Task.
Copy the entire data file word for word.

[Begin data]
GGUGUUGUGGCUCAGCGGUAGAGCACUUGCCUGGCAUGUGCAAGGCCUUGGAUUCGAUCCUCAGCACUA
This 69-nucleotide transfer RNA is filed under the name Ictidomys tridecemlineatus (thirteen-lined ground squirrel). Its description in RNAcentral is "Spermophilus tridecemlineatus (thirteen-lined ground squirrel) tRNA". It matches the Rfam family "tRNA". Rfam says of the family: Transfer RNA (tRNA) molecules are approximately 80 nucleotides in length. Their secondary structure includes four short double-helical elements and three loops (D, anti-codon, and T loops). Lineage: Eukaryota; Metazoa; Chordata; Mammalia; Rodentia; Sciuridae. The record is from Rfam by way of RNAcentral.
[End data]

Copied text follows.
GGUGUUGUGGCUCAGCGGUAGAGCACUUGCCUGGCAUGUGCAAGGCCUUGGAUUCGAUCCUCAGCACUA
This 69-nucleotide transfer RNA is filed under the name Ictidomys tridecemlineatus (thirteen-lined ground squirrel). Its description in RNAcentral is "Spermophilus tridecemlineatus (thirteen-lined ground squirrel) tRNA". It matches the Rfam family "tRNA". Rfam says of the family: Transfer RNA (tRNA) molecules are approximately 80 nucleotides in length. Their secondary structure includes four short double-helical elements and three loops (D, anti-codon, and T loops). Lineage: Eukaryota; Metazoa; Chordata; Mammalia; Rodentia; Sciuridae. The record is from Rfam by way of RNAcentral.